We are continually developing the Bookbug Programme, to provide the best resources and support we can for families. Last year, in addition to updating the CD in the Bookbug Baby Bag, we created a new CD for the Bookbug Pirate Bag. Now we’re extending this to the Bookbug Toddler Bag for 1-2 year-olds, and developing our musical content even further with an exciting project that has been taking place over the last few months.

Working in partnership with Live Music Now Scotland and with funding from Creative Scotland’s Youth Music Initiative, Scottish Book Trust invited the extremely talented young musician, Marianne Fraser to undertake a music residency at the Fort Early Years Centre in Leith. Marianne’s own love of music began at a young age, before becoming a graduate of the Royal Conservatoire of Scotland and a professional musician. 

10 weekly sessions for children aged 1-2 and their parents, carers and grandparents allowed Marianne to share a range of different songs and styles of music. Each week songs in English, Gaelic and Scots were sung, with Marianne joined some weeks by fellow musicians from Live Music Now Scotland, sharing different instruments. However, in addition to using different languages and musical styles, incorporating variety in the type of song was really important for exploring the children’s reactions, as Marianne explains: 

“We sang songs that had us jumping around the room together, songs that allowed us to interact with the children (the Gaelic spider song is used to tickle the children on their head, nose and tummy) and also songs that allowed the parents, carers and children to relax and sometimes fall asleep!”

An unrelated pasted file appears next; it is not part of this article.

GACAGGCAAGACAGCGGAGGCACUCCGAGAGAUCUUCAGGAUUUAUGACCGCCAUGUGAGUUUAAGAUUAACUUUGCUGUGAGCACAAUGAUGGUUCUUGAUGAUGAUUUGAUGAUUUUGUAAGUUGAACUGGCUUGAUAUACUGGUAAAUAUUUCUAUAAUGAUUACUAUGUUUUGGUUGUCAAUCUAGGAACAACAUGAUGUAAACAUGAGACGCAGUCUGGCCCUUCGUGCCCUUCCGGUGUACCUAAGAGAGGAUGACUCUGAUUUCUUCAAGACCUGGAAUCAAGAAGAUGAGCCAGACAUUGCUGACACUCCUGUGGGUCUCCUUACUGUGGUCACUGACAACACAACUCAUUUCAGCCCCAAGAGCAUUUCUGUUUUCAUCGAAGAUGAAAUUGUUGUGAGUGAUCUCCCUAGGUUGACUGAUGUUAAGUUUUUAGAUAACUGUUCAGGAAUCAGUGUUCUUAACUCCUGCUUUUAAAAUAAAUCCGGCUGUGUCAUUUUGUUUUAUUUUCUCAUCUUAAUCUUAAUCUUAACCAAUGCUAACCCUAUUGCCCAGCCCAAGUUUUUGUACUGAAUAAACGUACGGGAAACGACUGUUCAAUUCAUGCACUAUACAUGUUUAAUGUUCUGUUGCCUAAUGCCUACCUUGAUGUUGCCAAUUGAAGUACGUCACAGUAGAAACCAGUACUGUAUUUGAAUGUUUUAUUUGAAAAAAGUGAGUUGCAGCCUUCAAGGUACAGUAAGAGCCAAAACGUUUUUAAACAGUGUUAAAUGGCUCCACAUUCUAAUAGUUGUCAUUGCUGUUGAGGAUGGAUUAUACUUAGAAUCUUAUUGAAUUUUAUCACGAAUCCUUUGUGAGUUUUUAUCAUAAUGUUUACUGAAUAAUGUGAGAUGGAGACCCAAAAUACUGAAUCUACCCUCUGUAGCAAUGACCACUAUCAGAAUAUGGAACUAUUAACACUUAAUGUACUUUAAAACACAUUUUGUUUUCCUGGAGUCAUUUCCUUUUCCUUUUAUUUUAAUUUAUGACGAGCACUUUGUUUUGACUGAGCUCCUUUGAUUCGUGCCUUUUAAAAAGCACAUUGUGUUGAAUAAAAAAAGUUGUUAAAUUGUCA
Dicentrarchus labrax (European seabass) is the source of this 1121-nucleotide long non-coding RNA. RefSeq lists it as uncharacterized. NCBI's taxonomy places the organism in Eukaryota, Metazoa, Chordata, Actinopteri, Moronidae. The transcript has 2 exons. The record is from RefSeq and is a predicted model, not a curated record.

Perhaps the most striking thing about the responses from such young children was their interest in exploring the musical instruments themselves. 


“Some children were so intrigued that they came and sat at our feet or even on our knees as we played to them. Some were forthcoming enough to play some of the strings or keys or even hold the bow of the fiddle and pull it across the strings to make their own sounds from the musical instruments. If a faster, more energetic piece of music was played, the children would dance, clap and/or play a percussion instrument to complement our melodies and rhythms.”  

The residency was considered to be a great success, not least among the families who took part, who reported noticing the benefits of sharing the songs again with their little ones when they went home. 

Now the results of this residency have been used to inform the development of a new CD for the Toddler Bag. Seeing how the children reacted to the music has directly shaped the content and format of the CD, which includes children’s own voices as well as those of parents and carers alongside professional musicians.

The benefits of using music with very young children, and the range of developmental areas in which this impact can be seen, are striking. We hope the new CD resulting from our residency project will help more children and families share in the fun and joy of music. If you would like to know more about Bookbug, our musical resources, or to listen to the tracks from the Baby or Pirate CDs, visit www.scottishbooktrust.com/bookbug/songs-and-rhymes. The new CD will be available in the Bookbug Toddler Bag, and on the Bookbug website from March 2016.